Wednesday, April 1st 2015

Money Lessons from My Backpacking Days

by Mr Credit Card

With so many Americans deep in credit card debt, I was fortunately enough not to fall into the trap of spending beyond your means. Part of the reason was my upbringing. My parents always told me not to something if I cannot afford it. Looking back, I cringed that how I saved when I was much younger. So I have decided to write a series on my frugal ways (and not so frugal ways) when I was much younger in college. I shall call this series the “Turn Back the Clock” series.

Today, I start with my recollection of the days when I went backpacking. When I was in college, I saved enough from my summer jobs and together with Mrs Credit Card (she had graduated and started work), we took a couple of budget backpacking trips together. Our first trip was to New Zealand and Australia and the second one to Europe (Italy for the most parts).

Given that we had a strict budget, we had to plan everything in detail. We knew how much we could spend for meals a day, our budget for youth hostels and sight seeing. If we had to rent a car, we had to take the cheapest one, period. We also had to plan in advance where we were going to stay.

We used travelers checks rather than cash or credit cards (though occasionally we had to use our credit cards). We also learned to guard our belongings very carefully. We locked our backbacks before we went to bed and locked them to our beds. We carried our travelers checks in a small “travelers checks pouch” that we hung around our necks tucked underneath our shirts.

Being on a tight budget also meant some sacrifices in terms of the quality of the place we stayed. I remembered when we were in Sydney, all the youth hostels was at King’s Cross, the red light district. We stayed for two nights and got the cheapest room. When we got to the room, we found one double deck bed and a room full of cockroaches on the wall! We had to room the bed to the middle of the room. But since we were on a budget, we lived with it. We got up as early as we could and came back as late as we could. For some reason, the roaches did not come to our bed, they only hung around on the wall!

Another interesting phenomenon when we were backing was how many ideas other backpackers had up their sleeves. I remembered discussing how to get very low fares if you volunteered to be the person to look after the overnight mails on DHL or UPS! How to get free food at various restaurants!

In fact, looking back, those trips were an eye opener in terms of how to budget and the sacrifices you have to make when you have monetary constraints. As a matter of fact, since those days, we have not been as diligent as we ought to be. But those were good memories.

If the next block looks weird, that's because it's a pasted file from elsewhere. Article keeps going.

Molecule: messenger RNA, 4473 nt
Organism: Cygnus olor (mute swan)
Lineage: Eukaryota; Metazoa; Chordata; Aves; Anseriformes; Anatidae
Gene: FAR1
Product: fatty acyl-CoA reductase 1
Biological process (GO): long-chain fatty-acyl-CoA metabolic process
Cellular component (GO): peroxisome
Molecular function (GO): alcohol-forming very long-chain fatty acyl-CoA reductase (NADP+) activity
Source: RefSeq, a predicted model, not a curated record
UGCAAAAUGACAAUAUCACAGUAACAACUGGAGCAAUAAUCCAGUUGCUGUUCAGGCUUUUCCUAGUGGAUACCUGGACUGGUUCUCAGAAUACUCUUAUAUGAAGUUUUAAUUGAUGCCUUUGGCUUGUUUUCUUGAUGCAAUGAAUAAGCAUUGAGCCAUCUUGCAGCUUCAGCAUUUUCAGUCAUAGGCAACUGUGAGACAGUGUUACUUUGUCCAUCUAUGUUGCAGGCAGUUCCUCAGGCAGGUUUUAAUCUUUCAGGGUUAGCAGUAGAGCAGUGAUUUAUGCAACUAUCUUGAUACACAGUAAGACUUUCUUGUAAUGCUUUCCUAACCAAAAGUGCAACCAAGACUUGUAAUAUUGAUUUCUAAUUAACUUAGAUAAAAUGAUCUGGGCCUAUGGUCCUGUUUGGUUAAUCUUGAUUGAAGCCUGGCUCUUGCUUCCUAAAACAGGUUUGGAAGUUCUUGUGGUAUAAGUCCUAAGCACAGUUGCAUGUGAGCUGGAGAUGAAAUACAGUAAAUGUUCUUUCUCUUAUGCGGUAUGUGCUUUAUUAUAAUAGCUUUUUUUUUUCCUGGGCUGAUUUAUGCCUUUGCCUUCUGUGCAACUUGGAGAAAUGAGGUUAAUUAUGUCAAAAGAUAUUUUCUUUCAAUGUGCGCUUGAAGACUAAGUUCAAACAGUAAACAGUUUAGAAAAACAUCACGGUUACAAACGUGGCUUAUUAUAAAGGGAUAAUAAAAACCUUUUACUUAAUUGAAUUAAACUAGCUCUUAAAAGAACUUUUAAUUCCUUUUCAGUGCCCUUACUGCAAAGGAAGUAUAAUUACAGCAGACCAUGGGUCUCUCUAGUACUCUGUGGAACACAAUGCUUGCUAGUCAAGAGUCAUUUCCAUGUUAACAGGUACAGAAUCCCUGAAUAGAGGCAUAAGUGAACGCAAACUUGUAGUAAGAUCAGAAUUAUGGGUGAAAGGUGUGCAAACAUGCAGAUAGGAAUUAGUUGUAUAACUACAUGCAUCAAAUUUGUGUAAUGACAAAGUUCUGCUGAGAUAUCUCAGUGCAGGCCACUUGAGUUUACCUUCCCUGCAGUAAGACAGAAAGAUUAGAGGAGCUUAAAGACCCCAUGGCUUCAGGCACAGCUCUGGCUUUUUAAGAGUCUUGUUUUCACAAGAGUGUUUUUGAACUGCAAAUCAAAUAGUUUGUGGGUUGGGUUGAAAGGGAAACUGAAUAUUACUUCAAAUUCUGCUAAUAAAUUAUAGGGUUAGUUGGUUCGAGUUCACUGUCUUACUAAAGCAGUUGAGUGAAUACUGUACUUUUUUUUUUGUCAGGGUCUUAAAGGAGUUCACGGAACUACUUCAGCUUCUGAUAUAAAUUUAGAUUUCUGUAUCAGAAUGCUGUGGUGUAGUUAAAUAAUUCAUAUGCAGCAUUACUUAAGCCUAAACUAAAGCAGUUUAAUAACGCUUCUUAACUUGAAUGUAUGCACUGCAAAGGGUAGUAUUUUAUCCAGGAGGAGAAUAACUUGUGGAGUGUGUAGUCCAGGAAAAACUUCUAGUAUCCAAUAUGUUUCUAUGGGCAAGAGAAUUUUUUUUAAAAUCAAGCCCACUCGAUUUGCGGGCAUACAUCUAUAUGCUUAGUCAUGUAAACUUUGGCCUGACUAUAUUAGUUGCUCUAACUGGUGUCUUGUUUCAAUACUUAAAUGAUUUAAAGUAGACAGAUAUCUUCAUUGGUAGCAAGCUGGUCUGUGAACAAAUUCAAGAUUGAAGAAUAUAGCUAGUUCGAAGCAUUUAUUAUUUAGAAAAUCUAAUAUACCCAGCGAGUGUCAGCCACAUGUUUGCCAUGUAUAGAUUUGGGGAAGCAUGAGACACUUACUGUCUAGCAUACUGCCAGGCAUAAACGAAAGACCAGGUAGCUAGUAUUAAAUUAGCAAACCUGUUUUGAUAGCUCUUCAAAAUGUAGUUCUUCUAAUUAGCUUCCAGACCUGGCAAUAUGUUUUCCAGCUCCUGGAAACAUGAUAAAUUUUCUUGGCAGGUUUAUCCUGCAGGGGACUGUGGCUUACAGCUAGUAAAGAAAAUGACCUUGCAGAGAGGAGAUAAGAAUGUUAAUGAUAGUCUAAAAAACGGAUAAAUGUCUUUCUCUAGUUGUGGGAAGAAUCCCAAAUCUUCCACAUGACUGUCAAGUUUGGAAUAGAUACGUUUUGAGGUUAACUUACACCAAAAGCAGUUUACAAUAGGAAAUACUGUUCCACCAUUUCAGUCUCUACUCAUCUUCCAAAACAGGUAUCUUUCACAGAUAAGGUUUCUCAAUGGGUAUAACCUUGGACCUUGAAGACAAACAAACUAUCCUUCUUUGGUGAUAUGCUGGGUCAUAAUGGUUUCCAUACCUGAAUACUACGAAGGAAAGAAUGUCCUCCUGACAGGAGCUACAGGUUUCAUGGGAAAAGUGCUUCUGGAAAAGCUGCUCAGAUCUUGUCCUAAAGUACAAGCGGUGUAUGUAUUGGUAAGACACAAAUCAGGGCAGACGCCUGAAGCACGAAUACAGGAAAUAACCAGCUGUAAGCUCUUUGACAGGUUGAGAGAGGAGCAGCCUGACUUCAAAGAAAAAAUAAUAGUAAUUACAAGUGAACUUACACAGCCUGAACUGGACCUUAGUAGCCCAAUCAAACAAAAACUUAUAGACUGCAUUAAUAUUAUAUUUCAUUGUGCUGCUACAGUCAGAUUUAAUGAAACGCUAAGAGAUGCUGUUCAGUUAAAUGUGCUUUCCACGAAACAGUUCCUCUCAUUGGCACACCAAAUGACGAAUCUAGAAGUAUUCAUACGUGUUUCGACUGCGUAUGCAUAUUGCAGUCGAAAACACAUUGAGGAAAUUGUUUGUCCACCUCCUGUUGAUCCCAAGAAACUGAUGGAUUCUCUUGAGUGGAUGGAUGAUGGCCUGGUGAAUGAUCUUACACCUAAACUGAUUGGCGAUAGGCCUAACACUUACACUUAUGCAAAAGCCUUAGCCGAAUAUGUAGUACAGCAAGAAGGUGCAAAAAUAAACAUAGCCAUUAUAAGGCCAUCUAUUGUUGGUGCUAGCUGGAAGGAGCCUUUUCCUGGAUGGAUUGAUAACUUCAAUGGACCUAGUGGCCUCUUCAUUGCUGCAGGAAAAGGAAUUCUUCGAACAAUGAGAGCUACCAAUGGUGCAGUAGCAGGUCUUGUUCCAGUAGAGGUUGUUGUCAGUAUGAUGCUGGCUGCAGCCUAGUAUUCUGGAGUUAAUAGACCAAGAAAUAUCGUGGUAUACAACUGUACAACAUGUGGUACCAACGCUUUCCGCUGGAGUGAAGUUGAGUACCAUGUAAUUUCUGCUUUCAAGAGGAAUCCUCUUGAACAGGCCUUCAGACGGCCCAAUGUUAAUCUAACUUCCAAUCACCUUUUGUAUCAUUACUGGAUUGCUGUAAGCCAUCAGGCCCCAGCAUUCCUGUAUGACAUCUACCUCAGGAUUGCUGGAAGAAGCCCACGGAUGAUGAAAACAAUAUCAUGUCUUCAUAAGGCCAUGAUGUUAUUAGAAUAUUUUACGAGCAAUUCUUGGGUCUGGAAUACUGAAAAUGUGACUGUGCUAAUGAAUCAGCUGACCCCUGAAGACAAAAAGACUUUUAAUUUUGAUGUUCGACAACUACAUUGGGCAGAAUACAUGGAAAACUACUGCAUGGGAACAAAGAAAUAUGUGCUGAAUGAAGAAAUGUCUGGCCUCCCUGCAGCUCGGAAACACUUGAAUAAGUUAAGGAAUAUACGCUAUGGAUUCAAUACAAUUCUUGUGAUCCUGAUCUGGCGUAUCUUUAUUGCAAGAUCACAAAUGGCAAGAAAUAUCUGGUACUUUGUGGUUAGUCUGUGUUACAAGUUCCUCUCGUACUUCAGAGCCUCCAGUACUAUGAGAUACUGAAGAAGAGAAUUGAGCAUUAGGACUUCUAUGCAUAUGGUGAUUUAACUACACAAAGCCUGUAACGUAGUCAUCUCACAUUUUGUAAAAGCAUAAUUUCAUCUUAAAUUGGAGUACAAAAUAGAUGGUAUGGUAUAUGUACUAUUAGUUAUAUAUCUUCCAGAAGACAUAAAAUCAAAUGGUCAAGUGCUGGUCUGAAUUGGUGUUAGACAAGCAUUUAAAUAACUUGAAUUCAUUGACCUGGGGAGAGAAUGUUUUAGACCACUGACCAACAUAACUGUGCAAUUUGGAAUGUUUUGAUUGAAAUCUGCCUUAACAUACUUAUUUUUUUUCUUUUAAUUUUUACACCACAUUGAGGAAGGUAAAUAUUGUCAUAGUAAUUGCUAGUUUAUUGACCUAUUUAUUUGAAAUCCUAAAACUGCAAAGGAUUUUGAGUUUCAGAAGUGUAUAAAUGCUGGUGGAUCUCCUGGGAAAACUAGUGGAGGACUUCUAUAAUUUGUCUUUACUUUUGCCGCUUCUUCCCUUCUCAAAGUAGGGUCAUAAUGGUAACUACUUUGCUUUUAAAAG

One of the reasons why I think we managed to get our act together during those backpacking trips was simply because we had no choice. We had a strict budget. We simply could not afford to overspend and be caught with no money overseas!. Back then, credit card use was not really prevalent. We also wanted to avoid any international transaction fees.

One of the key lessons from these experiences was that if you were set to committing to spend only a percentage of your income and save the rest, it can be done. I think the reason why most people get into debt is because credit is so easy! Just charge to your credit card. If you have a problem with overspending, perhaps keeping your card at home is the best solution. Write checks and carry cash.

Another reason that we did not mind traveling on such a tight budget (and kept ourselves sane) was we were enjoying ourselves. We were in love and enjoying each others company (we still are in love and enjoying each others’ company!), so living in budget youth hostels and eating cheap meals did not bother us one single bit. Every once in a while, we also gave ourselves a treat, a little nice gelato.

So here is my two cents worth with regards to saving and not getting into debt.

1. You have to enforce a budget and live by it.

2. You have to enjoy life. – If life is miserable simply because you do not have the 50 inch plasma which your fellow neighbor has, then you are in big trouble. That is because you will always be tempted to spend on things you want but cannot afford.

3. Be around people like yourself. – Because we hung out with people who were also backpacking, people who were also on a budget, we were never caught in a situation where we had to overspend. If you are always hanging out with friends who spend freely (either because they have more money or that they like to eat out often etc), then you will find it much harder to stick to your budget.

With that, I shall end my first “Turn Back the Clock” series on money lessons I learnt when I was younger.

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